Breathe in and breathe out. Find the center ground and stand in the space that I have designated as sacred. And let the feelings roll from me until I am back to the center. Then reach out and wrap the feelings of peace that being here at this place brings me.
Over the last 20years of healing I have learned a number of things.
1) Things get better- it took time and work. But I have gotten better. I can do things now that I could not even imagine doing just five years ago.
2) Community/support group- It is necessary to not try to live this out alone. I have found that I need someone to hear me and to understand. Someone to be there for me when things are way too much for me to do alone. This group can be anyone. For me it is my friends, family, religious leaders, therapists. It can be anyone that fills those needs for you.
3) My story of healing and survival is Sacred- I know that there are people out there who want to hear and give sacred space for your story. I also know there are people out there who don’t give a flying fart in space about your story. That is why who hears it and who doesn’t is important. I have no problem with people knowing that I have survived intense years of trauma. But the story itself…that is sacred. The humiliations, pain, and terror that I survived. That is mine to be shared only with those who have earned the right to know.
4) That feeling of mind crushing soul destroying depression that tells you not to exist anymore can and will pass- This is why you need community and support. It does not last forever and it is hard to get through. It is near impossible to get through alone. That is why we need those we love and who care about us to be aware of our struggles. Because they love us they want us to stick around. And they really do want to listen and help. And that feeling does pass. It comes back sometimes, but it passes.
5) A safety plan- I have needed and implemented a safety plan in my life. When things like number 4 happen I know who to call. I have a list of people to call. I have a strategy for getting through those insanely dark times. And the biggest part of that is speaking up and acknowledging the pain. There is nothing that the darkness of depression hates more than turning on the light. And talking about it…turns on the light.
6) No matter what has happened in my life I am loved- There are people out in the world who love me and reach out to me. They have helped me through to this point of growth that I now enjoy. And when I am alone (which rarely happens) i have my dog. Love is non negotiable. Everyone needs it. It is why we sometimes do stupid stuff to get that feeling. Sometimes those things are actually destructive. Finding a way to get that feeling and stay safe is important.
There really is a lot more that I have found out along the way. But community, safety, and the knowledge that the darkness does actually pass have helped me through the dark times. The times of curling up in a ball and hiding to where I am now. But the most important thing that I have learned is that I have already won. I am still alive. I lived through the hell I experienced. And I have lived to tell my tale. I have great sorrow and for those whose pain takes them from us too soon. And I have great love and compassion for those that struggle everyday to remember to breathe. Everyone’s journey is sacred. And we all need to be community for each other so that we can all heal.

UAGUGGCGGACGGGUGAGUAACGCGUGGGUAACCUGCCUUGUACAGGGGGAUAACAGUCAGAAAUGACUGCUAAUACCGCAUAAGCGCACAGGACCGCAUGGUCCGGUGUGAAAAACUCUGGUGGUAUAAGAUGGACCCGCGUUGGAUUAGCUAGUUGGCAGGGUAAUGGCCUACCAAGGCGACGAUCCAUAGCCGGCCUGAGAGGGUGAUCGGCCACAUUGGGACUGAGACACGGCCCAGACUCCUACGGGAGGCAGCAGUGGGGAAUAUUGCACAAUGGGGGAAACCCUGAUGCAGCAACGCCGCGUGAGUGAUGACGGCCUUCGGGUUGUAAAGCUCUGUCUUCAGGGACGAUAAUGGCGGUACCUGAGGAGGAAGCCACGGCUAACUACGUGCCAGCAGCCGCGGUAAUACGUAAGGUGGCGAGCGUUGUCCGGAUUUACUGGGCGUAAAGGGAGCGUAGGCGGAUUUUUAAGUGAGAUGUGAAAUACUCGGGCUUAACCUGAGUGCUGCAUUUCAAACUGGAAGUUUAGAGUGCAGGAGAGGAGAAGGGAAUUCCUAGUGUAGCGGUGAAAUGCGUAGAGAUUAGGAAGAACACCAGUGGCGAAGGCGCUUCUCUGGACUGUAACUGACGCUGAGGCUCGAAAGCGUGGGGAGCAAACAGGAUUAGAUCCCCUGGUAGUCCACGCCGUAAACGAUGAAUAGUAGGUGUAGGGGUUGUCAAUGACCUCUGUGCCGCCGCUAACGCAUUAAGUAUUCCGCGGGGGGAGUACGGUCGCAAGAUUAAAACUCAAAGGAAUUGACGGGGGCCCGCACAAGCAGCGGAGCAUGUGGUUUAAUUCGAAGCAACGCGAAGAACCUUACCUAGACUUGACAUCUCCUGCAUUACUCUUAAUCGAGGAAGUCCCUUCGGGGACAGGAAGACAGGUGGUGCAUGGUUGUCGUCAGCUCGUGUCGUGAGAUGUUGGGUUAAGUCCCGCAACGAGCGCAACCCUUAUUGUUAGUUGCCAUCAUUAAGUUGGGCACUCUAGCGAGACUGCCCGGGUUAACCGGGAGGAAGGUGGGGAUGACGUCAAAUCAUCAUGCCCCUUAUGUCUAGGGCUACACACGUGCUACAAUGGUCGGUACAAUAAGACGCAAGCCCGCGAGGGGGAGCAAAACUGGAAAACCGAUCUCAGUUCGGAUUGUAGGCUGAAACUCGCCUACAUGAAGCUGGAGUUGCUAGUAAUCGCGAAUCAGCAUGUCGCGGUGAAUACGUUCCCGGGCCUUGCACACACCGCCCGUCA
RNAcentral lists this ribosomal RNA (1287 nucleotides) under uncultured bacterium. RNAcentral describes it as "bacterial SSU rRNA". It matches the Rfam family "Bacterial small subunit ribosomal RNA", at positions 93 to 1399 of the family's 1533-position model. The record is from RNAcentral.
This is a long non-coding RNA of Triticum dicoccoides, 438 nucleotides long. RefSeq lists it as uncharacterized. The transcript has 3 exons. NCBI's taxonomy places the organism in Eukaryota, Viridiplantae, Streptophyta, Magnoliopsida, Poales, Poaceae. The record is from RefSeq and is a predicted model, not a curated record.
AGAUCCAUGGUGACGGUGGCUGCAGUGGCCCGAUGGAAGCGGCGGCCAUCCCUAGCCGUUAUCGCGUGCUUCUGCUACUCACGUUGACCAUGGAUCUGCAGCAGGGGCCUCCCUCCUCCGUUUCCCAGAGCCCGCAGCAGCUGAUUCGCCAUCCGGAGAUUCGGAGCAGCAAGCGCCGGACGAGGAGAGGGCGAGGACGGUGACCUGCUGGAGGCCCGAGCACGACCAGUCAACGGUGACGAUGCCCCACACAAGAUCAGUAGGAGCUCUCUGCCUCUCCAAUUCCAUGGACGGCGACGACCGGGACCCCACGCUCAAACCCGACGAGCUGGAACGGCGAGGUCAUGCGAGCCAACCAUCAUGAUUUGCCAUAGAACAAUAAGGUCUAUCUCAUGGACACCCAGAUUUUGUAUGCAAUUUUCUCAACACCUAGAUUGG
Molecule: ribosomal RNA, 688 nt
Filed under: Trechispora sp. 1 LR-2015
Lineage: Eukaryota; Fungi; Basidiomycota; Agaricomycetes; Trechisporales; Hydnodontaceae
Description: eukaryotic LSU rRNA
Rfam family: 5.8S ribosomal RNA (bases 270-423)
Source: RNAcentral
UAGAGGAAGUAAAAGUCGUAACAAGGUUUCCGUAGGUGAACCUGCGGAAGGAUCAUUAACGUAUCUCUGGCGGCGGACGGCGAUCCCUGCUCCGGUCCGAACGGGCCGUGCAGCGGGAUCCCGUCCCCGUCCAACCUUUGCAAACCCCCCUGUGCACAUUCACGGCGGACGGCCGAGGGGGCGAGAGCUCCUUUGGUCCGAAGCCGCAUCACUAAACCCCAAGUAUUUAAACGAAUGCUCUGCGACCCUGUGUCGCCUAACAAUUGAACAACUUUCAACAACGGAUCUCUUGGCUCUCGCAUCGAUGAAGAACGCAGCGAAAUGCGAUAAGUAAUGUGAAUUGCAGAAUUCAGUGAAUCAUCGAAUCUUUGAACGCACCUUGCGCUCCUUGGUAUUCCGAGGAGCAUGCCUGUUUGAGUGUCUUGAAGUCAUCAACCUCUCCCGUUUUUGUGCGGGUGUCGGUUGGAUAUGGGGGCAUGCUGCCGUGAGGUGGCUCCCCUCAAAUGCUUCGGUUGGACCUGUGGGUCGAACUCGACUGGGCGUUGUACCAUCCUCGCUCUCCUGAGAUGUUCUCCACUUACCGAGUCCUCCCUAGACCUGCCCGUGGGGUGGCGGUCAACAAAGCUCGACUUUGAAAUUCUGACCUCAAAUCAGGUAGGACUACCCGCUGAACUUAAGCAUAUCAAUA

In my journey I have found that community is an amazingly beautiful place to heal. I have set up various safe places where there are loving and accepting people. One of my favorite spots is the library. The local library lets me hang out for the day and study. They ask after me and are always kind. Kindness is such a balm on a sad day.
The coffee shop, where they make the most amazing hot chocolate, allow me to sit and use their internet and always have good conversation. The thing is that in all theses places there are people who have stories either like mine or similar. And so many people struggle through their own darkness.
But, one of the most amazing places of community that I have found is at Goddard College. My Alma Matter! When I showed up in 2010 for the Health Arts and Science program I was so new to being around large groups for extended amounts of time. And I don’t care what people say, orientation is almost hazing for people like me. At one point in the midst of the orientation day long session my brain had enough. I was falling headlong into a major anxiety and panic attack. All I wanted to do was run out of the room and find a place to hide. I turned to the person next to me and said “I have to go. I am having a really bad panic attack.” Then to my surprise the person looked at me and said, “What can I do to help you?” Not the usual “Well, take care.”, but how can I help. I told them what I needed. To not have to talk anymore.
In the circle, which to me are insanely unsafe things, that we were sitting in became claustrophobic and I pulled my chair back slightly. Making a “Q” instead of a circle. Then when the conversation moved around the circle and people took turns answering the current question the woman on my right answered and the woman on my left seamlessly responded. There was no pause. No uncomfortable silence while people waited for me to talk. Safety.
I had found my tribe. My safe people who expected me to be myself and to come out of my shell slowly. There is community everywhere. And we should never suffer alone. Though we often choose to. We really are not alone, though we often feel that way. It is easier to heal with someone than alone.